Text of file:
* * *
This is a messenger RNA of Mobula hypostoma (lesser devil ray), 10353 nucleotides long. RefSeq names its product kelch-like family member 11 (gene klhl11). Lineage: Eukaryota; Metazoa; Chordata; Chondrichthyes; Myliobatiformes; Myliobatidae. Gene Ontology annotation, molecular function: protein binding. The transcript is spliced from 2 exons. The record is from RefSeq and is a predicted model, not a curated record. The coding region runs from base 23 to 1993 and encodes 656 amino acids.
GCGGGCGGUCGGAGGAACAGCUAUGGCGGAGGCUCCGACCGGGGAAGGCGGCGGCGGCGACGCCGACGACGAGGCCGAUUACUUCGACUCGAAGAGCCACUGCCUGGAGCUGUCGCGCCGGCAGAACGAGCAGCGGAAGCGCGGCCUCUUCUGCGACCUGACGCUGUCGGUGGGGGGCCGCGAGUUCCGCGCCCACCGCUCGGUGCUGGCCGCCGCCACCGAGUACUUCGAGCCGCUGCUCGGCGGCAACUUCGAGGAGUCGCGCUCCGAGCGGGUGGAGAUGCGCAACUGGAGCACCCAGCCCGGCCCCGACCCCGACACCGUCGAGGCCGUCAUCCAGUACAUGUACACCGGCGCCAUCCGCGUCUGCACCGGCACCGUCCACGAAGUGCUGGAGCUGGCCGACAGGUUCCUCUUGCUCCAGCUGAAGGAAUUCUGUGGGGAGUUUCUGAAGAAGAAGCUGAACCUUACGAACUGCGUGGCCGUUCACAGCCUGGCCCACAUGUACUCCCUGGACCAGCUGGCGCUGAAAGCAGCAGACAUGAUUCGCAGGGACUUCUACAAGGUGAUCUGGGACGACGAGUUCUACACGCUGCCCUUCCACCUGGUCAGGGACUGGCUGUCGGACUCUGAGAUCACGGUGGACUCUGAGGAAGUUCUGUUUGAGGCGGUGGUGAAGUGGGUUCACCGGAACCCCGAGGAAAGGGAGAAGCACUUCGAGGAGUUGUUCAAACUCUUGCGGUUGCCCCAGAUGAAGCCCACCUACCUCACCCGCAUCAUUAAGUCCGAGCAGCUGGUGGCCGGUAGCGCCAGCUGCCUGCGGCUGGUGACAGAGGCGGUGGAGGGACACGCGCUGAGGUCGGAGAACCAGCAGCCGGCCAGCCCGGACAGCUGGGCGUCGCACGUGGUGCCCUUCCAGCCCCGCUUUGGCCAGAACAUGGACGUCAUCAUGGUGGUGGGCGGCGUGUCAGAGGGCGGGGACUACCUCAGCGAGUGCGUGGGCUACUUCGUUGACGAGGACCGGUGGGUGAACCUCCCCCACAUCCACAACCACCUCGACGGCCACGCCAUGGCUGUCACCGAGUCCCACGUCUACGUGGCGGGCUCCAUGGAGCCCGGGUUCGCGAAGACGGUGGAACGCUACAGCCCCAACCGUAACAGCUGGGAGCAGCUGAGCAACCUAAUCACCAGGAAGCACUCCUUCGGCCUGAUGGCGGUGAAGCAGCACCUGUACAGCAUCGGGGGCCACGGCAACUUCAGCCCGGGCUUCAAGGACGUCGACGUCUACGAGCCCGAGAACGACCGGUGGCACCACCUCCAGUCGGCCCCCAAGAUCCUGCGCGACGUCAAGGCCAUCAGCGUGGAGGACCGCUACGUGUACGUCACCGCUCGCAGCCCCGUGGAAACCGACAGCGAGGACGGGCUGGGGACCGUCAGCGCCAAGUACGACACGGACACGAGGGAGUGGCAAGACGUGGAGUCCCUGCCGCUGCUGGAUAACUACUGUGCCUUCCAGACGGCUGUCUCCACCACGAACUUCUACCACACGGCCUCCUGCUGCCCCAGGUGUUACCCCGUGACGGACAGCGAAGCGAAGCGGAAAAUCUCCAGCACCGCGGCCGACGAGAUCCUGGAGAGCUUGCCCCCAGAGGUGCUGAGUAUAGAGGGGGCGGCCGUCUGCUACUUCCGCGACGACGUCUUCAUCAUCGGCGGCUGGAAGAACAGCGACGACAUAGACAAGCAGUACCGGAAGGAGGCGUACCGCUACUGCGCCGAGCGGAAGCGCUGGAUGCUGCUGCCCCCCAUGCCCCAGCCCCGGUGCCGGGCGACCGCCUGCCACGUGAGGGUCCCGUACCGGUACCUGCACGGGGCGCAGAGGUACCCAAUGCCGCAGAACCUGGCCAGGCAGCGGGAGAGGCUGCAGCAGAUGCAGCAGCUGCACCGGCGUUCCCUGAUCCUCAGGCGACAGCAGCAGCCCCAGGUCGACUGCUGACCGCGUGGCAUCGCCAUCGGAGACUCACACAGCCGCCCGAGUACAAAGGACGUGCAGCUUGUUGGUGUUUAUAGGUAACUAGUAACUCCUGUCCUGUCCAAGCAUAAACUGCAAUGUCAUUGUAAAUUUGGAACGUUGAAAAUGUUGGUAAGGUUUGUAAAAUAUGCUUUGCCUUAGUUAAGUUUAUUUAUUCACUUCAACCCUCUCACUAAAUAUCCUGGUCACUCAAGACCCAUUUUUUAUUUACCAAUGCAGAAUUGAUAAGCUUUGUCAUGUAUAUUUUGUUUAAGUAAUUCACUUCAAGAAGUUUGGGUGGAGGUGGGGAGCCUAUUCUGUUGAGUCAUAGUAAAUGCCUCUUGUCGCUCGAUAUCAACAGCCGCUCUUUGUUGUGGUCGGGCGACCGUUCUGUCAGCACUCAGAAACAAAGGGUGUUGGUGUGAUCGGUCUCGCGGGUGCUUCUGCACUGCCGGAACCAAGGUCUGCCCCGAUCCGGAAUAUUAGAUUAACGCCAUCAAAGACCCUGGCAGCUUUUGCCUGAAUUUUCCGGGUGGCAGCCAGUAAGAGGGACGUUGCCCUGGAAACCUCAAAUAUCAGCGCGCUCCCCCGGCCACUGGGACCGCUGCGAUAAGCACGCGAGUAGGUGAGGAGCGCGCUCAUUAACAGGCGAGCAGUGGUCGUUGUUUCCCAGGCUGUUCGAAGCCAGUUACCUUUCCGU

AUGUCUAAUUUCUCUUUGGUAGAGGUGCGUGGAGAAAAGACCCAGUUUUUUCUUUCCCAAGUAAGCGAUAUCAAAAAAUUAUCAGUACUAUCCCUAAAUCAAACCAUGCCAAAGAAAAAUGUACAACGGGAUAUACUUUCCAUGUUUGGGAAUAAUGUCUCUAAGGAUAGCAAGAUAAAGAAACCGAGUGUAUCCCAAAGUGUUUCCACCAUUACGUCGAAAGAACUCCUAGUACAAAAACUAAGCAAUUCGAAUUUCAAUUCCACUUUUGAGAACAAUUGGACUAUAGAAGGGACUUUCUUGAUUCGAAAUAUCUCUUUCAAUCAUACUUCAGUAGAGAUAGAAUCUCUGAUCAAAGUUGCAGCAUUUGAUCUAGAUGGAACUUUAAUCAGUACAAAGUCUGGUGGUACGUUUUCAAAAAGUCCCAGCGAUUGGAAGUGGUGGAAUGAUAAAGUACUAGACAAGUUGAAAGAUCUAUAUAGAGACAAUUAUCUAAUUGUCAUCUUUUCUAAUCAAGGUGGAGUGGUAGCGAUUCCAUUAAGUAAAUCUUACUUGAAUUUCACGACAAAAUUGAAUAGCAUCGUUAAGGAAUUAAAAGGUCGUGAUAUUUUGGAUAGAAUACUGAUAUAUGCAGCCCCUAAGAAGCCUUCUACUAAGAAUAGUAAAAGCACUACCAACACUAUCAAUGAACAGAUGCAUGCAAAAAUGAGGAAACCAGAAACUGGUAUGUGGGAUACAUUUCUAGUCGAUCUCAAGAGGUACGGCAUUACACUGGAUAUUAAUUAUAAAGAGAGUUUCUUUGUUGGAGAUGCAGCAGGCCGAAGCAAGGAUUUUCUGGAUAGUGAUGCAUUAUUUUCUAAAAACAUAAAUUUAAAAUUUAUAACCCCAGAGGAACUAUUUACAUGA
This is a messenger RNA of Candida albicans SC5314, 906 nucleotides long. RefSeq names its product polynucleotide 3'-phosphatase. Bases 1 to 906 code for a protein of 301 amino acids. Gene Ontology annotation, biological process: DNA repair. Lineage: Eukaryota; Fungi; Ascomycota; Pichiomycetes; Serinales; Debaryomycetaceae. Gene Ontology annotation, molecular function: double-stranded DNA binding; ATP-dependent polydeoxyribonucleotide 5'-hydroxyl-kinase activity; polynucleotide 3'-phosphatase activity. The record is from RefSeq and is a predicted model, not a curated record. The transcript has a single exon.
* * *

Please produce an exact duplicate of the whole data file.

This is a messenger RNA of Mobula hypostoma (lesser devil ray), 10353 nucleotides long. RefSeq names its product kelch-like family member 11 (gene klhl11). Lineage: Eukaryota; Metazoa; Chordata; Chondrichthyes; Myliobatiformes; Myliobatidae. Gene Ontology annotation, molecular function: protein binding. The transcript is spliced from 2 exons. The record is from RefSeq and is a predicted model, not a curated record. The coding region runs from base 23 to 1993 and encodes 656 amino acids.
GCGGGCGGUCGGAGGAACAGCUAUGGCGGAGGCUCCGACCGGGGAAGGCGGCGGCGGCGACGCCGACGACGAGGCCGAUUACUUCGACUCGAAGAGCCACUGCCUGGAGCUGUCGCGCCGGCAGAACGAGCAGCGGAAGCGCGGCCUCUUCUGCGACCUGACGCUGUCGGUGGGGGGCCGCGAGUUCCGCGCCCACCGCUCGGUGCUGGCCGCCGCCACCGAGUACUUCGAGCCGCUGCUCGGCGGCAACUUCGAGGAGUCGCGCUCCGAGCGGGUGGAGAUGCGCAACUGGAGCACCCAGCCCGGCCCCGACCCCGACACCGUCGAGGCCGUCAUCCAGUACAUGUACACCGGCGCCAUCCGCGUCUGCACCGGCACCGUCCACGAAGUGCUGGAGCUGGCCGACAGGUUCCUCUUGCUCCAGCUGAAGGAAUUCUGUGGGGAGUUUCUGAAGAAGAAGCUGAACCUUACGAACUGCGUGGCCGUUCACAGCCUGGCCCACAUGUACUCCCUGGACCAGCUGGCGCUGAAAGCAGCAGACAUGAUUCGCAGGGACUUCUACAAGGUGAUCUGGGACGACGAGUUCUACACGCUGCCCUUCCACCUGGUCAGGGACUGGCUGUCGGACUCUGAGAUCACGGUGGACUCUGAGGAAGUUCUGUUUGAGGCGGUGGUGAAGUGGGUUCACCGGAACCCCGAGGAAAGGGAGAAGCACUUCGAGGAGUUGUUCAAACUCUUGCGGUUGCCCCAGAUGAAGCCCACCUACCUCACCCGCAUCAUUAAGUCCGAGCAGCUGGUGGCCGGUAGCGCCAGCUGCCUGCGGCUGGUGACAGAGGCGGUGGAGGGACACGCGCUGAGGUCGGAGAACCAGCAGCCGGCCAGCCCGGACAGCUGGGCGUCGCACGUGGUGCCCUUCCAGCCCCGCUUUGGCCAGAACAUGGACGUCAUCAUGGUGGUGGGCGGCGUGUCAGAGGGCGGGGACUACCUCAGCGAGUGCGUGGGCUACUUCGUUGACGAGGACCGGUGGGUGAACCUCCCCCACAUCCACAACCACCUCGACGGCCACGCCAUGGCUGUCACCGAGUCCCACGUCUACGUGGCGGGCUCCAUGGAGCCCGGGUUCGCGAAGACGGUGGAACGCUACAGCCCCAACCGUAACAGCUGGGAGCAGCUGAGCAACCUAAUCACCAGGAAGCACUCCUUCGGCCUGAUGGCGGUGAAGCAGCACCUGUACAGCAUCGGGGGCCACGGCAACUUCAGCCCGGGCUUCAAGGACGUCGACGUCUACGAGCCCGAGAACGACCGGUGGCACCACCUCCAGUCGGCCCCCAAGAUCCUGCGCGACGUCAAGGCCAUCAGCGUGGAGGACCGCUACGUGUACGUCACCGCUCGCAGCCCCGUGGAAACCGACAGCGAGGACGGGCUGGGGACCGUCAGCGCCAAGUACGACACGGACACGAGGGAGUGGCAAGACGUGGAGUCCCUGCCGCUGCUGGAUAACUACUGUGCCUUCCAGACGGCUGUCUCCACCACGAACUUCUACCACACGGCCUCCUGCUGCCCCAGGUGUUACCCCGUGACGGACAGCGAAGCGAAGCGGAAAAUCUCCAGCACCGCGGCCGACGAGAUCCUGGAGAGCUUGCCCCCAGAGGUGCUGAGUAUAGAGGGGGCGGCCGUCUGCUACUUCCGCGACGACGUCUUCAUCAUCGGCGGCUGGAAGAACAGCGACGACAUAGACAAGCAGUACCGGAAGGAGGCGUACCGCUACUGCGCCGAGCGGAAGCGCUGGAUGCUGCUGCCCCCCAUGCCCCAGCCCCGGUGCCGGGCGACCGCCUGCCACGUGAGGGUCCCGUACCGGUACCUGCACGGGGCGCAGAGGUACCCAAUGCCGCAGAACCUGGCCAGGCAGCGGGAGAGGCUGCAGCAGAUGCAGCAGCUGCACCGGCGUUCCCUGAUCCUCAGGCGACAGCAGCAGCCCCAGGUCGACUGCUGACCGCGUGGCAUCGCCAUCGGAGACUCACACAGCCGCCCGAGUACAAAGGACGUGCAGCUUGUUGGUGUUUAUAGGUAACUAGUAACUCCUGUCCUGUCCAAGCAUAAACUGCAAUGUCAUUGUAAAUUUGGAACGUUGAAAAUGUUGGUAAGGUUUGUAAAAUAUGCUUUGCCUUAGUUAAGUUUAUUUAUUCACUUCAACCCUCUCACUAAAUAUCCUGGUCACUCAAGACCCAUUUUUUAUUUACCAAUGCAGAAUUGAUAAGCUUUGUCAUGUAUAUUUUGUUUAAGUAAUUCACUUCAAGAAGUUUGGGUGGAGGUGGGGAGCCUAUUCUGUUGAGUCAUAGUAAAUGCCUCUUGUCGCUCGAUAUCAACAGCCGCUCUUUGUUGUGGUCGGGCGACCGUUCUGUCAGCACUCAGAAACAAAGGGUGUUGGUGUGAUCGGUCUCGCGGGUGCUUCUGCACUGCCGGAACCAAGGUCUGCCCCGAUCCGGAAUAUUAGAUUAACGCCAUCAAAGACCCUGGCAGCUUUUGCCUGAAUUUUCCGGGUGGCAGCCAGUAAGAGGGACGUUGCCCUGGAAACCUCAAAUAUCAGCGCGCUCCCCCGGCCACUGGGACCGCUGCGAUAAGCACGCGAGUAGGUGAGGAGCGCGCUCAUUAACAGGCGAGCAGUGGUCGUUGUUUCCCAGGCUGUUCGAAGCCAGUUACCUUUCCGU

AUGUCUAAUUUCUCUUUGGUAGAGGUGCGUGGAGAAAAGACCCAGUUUUUUCUUUCCCAAGUAAGCGAUAUCAAAAAAUUAUCAGUACUAUCCCUAAAUCAAACCAUGCCAAAGAAAAAUGUACAACGGGAUAUACUUUCCAUGUUUGGGAAUAAUGUCUCUAAGGAUAGCAAGAUAAAGAAACCGAGUGUAUCCCAAAGUGUUUCCACCAUUACGUCGAAAGAACUCCUAGUACAAAAACUAAGCAAUUCGAAUUUCAAUUCCACUUUUGAGAACAAUUGGACUAUAGAAGGGACUUUCUUGAUUCGAAAUAUCUCUUUCAAUCAUACUUCAGUAGAGAUAGAAUCUCUGAUCAAAGUUGCAGCAUUUGAUCUAGAUGGAACUUUAAUCAGUACAAAGUCUGGUGGUACGUUUUCAAAAAGUCCCAGCGAUUGGAAGUGGUGGAAUGAUAAAGUACUAGACAAGUUGAAAGAUCUAUAUAGAGACAAUUAUCUAAUUGUCAUCUUUUCUAAUCAAGGUGGAGUGGUAGCGAUUCCAUUAAGUAAAUCUUACUUGAAUUUCACGACAAAAUUGAAUAGCAUCGUUAAGGAAUUAAAAGGUCGUGAUAUUUUGGAUAGAAUACUGAUAUAUGCAGCCCCUAAGAAGCCUUCUACUAAGAAUAGUAAAAGCACUACCAACACUAUCAAUGAACAGAUGCAUGCAAAAAUGAGGAAACCAGAAACUGGUAUGUGGGAUACAUUUCUAGUCGAUCUCAAGAGGUACGGCAUUACACUGGAUAUUAAUUAUAAAGAGAGUUUCUUUGUUGGAGAUGCAGCAGGCCGAAGCAAGGAUUUUCUGGAUAGUGAUGCAUUAUUUUCUAAAAACAUAAAUUUAAAAUUUAUAACCCCAGAGGAACUAUUUACAUGA
This is a messenger RNA of Candida albicans SC5314, 906 nucleotides long. RefSeq names its product polynucleotide 3'-phosphatase. Bases 1 to 906 code for a protein of 301 amino acids. Gene Ontology annotation, biological process: DNA repair. Lineage: Eukaryota; Fungi; Ascomycota; Pichiomycetes; Serinales; Debaryomycetaceae. Gene Ontology annotation, molecular function: double-stranded DNA binding; ATP-dependent polydeoxyribonucleotide 5'-hydroxyl-kinase activity; polynucleotide 3'-phosphatase activity. The record is from RefSeq and is a predicted model, not a curated record. The transcript has a single exon.